After two days, however, Joanne and Jessica (my roommates and school “family”) arrived, and for the first time since winter break, we were all three together again. And there was something right about it. And I knew I was home.

There is a truth about home that I learned my freshman year. No matter how many places you hold in your heart, it is not you alone that determines where your home is. Home is, and always will be, where the hearts’ of the people you love are.

Tuesday, August 12, 2008

Filler Space (2)

The Bug: A Play in two (short) Acts continued

Roommate 1
Roommate 2
Roommate 3
Large Roach (to be played by himself)

Act 2:
scene: Garden Apartment kitchen, complete with steel security door. Roommate 1 is standing by the stove, making macaroni. Roommate 2 is leaning against the counter. Roommate 3 is offstage, presumably in her room. Unnoticed, Large Roach climbs up the wall behind the cabinets and precedes to cross the ceiling from stage left to stage right

R1: What kind of cheese do you use when you make macaroni?

R2: Cheddar. But at home we—uh-oh. R2 once again breaks off to stare at LR on the ceiling

R1: Oh no, not again! Is that the same one?

R2: I think so. He’s missing a leg.

enter R3, downstage right R3: What’s wrong?

R1: I think we’re going to need your shoe again.

R3 exits. R1 and R2 continue to stare at LR, transfixed by the horror of it all. R3 returns with same flip-flop. R3: I guess I’ll try to get this time.

R1: Try to get it at an angle so it doesn’t fall on you.

R3 shudders at the thought, but resolutely grips the flip-flopR3: Okay, here it goes! R3 takes a step back and throws flip-flop at LR. LR is hit, and all three yell and jump back as he loses his grip on the ceiling. LR, however, is very determined, and, hanging only by one leg, manages to pull his other (4) legs back up

R1: You got him!

R2: Try again!

R3 throws flip-flop a second time. Once again, LR is hit, but still manages to tenaciously hold onto the ceiling. All three yell and jump back (again.)
R1: That was really close.

R3: Okay- one more time. R3 throws flip-flop. LR is hit. Exhausted from the previous attacks, he loses his grip and falls, landing on his back. He desperately waves his 5 legs around. All three yell and jump back (at least there was a good reason to this time

R1: Well, he’s off the ceiling now.

R3: I’m not squishing it.

All three stare at LR, who continues to wave his legs in the air. R1 and R3 look up after a moment and stare at R2. R2 notices their stares and sighs. R2: Fine. Give me the shoe. R2 raises the shoe and brings it down on LR with a rather anti-climatic “squish”.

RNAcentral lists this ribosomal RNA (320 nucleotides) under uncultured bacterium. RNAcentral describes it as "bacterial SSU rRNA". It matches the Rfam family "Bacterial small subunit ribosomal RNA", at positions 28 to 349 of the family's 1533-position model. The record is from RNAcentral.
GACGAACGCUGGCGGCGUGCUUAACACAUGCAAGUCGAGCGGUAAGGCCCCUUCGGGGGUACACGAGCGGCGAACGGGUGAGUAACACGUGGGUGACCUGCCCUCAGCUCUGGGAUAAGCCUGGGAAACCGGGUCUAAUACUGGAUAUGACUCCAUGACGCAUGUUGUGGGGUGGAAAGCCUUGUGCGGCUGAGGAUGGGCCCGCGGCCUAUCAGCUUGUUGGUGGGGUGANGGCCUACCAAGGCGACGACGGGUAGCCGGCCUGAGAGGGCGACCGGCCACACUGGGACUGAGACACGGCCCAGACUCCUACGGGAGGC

R1 and R3: Ewww.

R2:looking at shoe I’m not cleaning this. Hands shoe to R3, who holds it tentatively between her thumb and forefinger. This is followed by a moment of silence as all three regard the now dead LR with mixed emotions.

R1: Someone needs to clean this up.

R3: Not me!

R1 and R3 stare at R2. Wordlessly, R2 crosses downstage and retrieves a paper towel. She crosses back and lays the paper towel over LR. Careful not to get roach guts on her hand, R2 scoops up LR’s remains and deposits them in the trashcan located at stage right. All three give relieved sighs


Monday, August 11, 2008

Filler Space

Hello! Did you all miss me? I've been busy moving back to college and working on the Cluster, our school newspaper. I'll have a real post later, but in the meantime, here's something I wrote last year.

The Bug: A Play in two (short) Acts

Roommate 1
Roommate 2
Roommate 3
Large Roach (to be played by himself)

Act 1
scene: Garden Apartment kitchen, complete with steel security door. Roommate 1 is standing by the stove, making macaroni. Roommate 2 is leaning against the counter. Roommate 3 is offstage, presumably in her room. Enter Large Roach, unnoticed on the ceiling, crossing from stage right to stage left.

R2: There’s a lot of cheese in this packet.

R1: Yeah. I was thinking about not using all of it.

R2: When I was little, I called this fake macaroni. It was only “real” macaroni if you grated your own cheese.

R1: I did the same thing. It was real if my mom made it.

R2: How—sees LR and cuts off

R1: How what? follows R1’s gaze and sees LR, now crossing above stove top. R2 quickly covers pot of noodles.

R2: Quick…we need a broom or something! This exclamation is followed by a short moment of desperation as R1 and R2 realize there is not, in fact, a broom in the apartment. Someone get a shoe!

R3 enters downstage right holding a flip-flop R3: Oh no! How did it get in here?

R1: I guess it got in under the door. All stare dramatically at the door, as if expecting an army of roaches to force their way in.

R2: Here, give me the shoe. I’ll see if I can get him.

R3: Careful.

R1: Don’t knock him into the food!

R2 makes several unsuccessful attempts to hit Large Roach. She stops. R2: I can’t hit it. I’m too short.

R1: Let me try. Takes flip-flop and tries to hit LR, equally unsuccessfull. Crosses downstage and grabs a stool. Standing on stool, she hits LR. LR falls onto top of cabinets. R1 climbs on counter to look for him. I can’t see him!

R2: There’s a squish mark on the ceiling. He’s probably fatally wounded.

R3: I agree.

R1: Well, that was exciting.

R2 and R3: Sure was!

R3 exits. R1 and R2 resume original positions, and continue discussion on “real” versus “fake” macaroni. Unbeknownst to them, however, Large Roach, has rolled himself back onto his (now) 5 legs.

to be continued…